WASHINGTON — House Republicans plan a closed-door meeting today to decide their next move after the Senate overwhelmingly approved compromise legislation negating a fiscal cliff of across-the-board tax increases and sweeping spending cuts to the Pentagon and other government agencies.
In a New Year’s Day drama that climaxed in the middle of the night, the Senate endorsed the legislation by 89-8 early today. That vote came hours after Vice President Joe Biden and Senate Republican Leader Mitch McConnell of Kentucky sealed a deal.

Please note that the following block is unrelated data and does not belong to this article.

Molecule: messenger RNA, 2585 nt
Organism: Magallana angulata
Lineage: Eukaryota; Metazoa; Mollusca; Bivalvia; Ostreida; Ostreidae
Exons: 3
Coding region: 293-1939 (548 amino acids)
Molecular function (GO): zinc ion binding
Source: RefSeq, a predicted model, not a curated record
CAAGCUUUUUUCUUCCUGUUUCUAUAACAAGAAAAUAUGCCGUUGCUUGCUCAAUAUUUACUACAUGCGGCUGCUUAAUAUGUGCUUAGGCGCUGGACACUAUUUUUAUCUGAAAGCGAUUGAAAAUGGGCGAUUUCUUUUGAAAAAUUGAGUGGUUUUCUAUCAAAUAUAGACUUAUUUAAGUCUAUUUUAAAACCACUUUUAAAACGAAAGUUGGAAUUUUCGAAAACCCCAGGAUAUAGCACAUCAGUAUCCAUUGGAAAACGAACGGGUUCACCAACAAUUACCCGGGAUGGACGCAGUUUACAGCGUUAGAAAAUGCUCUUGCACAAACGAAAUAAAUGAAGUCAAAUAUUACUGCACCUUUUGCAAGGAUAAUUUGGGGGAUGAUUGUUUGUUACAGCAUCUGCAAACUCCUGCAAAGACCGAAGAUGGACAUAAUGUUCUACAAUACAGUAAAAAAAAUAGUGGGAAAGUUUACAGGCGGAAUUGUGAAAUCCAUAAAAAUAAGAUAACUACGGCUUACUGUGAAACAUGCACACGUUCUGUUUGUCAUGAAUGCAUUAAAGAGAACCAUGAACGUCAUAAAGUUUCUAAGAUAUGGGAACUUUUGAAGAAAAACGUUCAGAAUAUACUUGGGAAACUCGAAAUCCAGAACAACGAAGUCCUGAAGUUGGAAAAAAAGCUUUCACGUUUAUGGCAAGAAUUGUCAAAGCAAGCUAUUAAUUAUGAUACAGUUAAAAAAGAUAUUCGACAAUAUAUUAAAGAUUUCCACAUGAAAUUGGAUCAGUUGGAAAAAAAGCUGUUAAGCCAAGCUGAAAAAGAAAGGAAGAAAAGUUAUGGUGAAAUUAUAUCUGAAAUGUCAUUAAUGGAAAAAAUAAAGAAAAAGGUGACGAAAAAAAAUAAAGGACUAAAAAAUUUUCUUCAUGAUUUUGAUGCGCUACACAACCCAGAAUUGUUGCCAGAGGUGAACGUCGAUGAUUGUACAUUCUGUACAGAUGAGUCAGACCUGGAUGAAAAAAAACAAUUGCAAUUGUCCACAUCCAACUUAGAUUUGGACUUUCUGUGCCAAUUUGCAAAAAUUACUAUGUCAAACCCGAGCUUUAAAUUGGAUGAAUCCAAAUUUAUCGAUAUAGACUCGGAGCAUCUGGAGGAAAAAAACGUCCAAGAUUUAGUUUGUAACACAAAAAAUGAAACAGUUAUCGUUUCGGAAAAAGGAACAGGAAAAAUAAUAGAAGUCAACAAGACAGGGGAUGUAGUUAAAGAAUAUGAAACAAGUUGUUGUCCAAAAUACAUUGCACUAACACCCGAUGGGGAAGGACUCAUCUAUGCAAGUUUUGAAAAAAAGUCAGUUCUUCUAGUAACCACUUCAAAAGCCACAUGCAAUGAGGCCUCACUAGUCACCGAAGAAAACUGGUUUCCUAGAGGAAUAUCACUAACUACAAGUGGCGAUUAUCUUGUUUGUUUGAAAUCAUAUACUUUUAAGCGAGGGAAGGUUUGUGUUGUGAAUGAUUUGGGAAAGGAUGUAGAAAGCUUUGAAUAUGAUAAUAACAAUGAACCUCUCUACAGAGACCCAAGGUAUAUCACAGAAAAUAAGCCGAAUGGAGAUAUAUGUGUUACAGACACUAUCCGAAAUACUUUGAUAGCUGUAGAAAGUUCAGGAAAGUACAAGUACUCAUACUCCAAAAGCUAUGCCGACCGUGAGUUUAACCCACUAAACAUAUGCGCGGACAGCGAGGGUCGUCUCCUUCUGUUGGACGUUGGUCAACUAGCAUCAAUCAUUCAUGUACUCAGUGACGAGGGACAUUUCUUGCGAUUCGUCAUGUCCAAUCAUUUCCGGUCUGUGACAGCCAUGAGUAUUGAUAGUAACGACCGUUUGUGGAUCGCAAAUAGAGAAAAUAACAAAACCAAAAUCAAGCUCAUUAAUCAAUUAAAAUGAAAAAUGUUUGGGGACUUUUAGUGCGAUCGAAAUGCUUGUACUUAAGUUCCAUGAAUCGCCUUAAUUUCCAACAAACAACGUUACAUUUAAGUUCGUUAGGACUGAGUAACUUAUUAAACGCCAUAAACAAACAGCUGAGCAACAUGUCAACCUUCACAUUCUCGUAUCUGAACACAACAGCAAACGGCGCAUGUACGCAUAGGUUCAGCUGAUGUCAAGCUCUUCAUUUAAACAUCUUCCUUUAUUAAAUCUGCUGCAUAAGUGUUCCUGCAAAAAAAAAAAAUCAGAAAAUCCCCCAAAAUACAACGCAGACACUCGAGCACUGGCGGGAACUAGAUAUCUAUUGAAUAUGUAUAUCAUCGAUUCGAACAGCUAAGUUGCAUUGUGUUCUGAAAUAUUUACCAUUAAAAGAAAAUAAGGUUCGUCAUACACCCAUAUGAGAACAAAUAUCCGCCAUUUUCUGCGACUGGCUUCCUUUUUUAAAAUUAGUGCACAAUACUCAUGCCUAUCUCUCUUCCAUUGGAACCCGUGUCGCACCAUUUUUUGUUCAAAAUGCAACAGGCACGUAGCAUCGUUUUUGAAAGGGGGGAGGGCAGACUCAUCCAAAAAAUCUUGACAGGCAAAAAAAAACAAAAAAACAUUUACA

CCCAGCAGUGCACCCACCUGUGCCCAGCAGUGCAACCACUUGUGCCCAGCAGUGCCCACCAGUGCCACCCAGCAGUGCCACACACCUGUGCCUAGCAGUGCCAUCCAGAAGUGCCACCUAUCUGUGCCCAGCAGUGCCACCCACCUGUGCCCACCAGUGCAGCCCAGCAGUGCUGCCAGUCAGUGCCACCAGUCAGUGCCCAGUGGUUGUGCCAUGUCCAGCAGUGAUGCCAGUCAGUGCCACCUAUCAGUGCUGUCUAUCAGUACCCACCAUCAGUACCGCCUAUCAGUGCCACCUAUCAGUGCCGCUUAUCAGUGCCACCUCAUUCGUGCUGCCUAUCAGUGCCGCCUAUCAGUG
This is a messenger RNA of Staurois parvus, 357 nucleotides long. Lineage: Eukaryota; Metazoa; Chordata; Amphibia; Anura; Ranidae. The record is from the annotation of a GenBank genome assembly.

It would prevent middle-class taxes from going up but would raise rates on higher incomes. It would also block spending cuts for two months, extend unemployment benefits for the long-term jobless, prevent a 27 percent cut in fees for doctors who treat Medicare patients and prevent a spike in milk prices.
The measure ensures that lawmakers will have to revisit difficult budget questions in just a few weeks, as relief from painful spending cuts expires and the government requires an increase in its borrowing cap.
House Speaker John Boehner refrained from endorsing the agreement, though he’s promised a vote on it or a GOP alternative right away.
Boehner planned to brief his caucus early this afternoon, and Biden scheduled a separate meeting with House Democrats.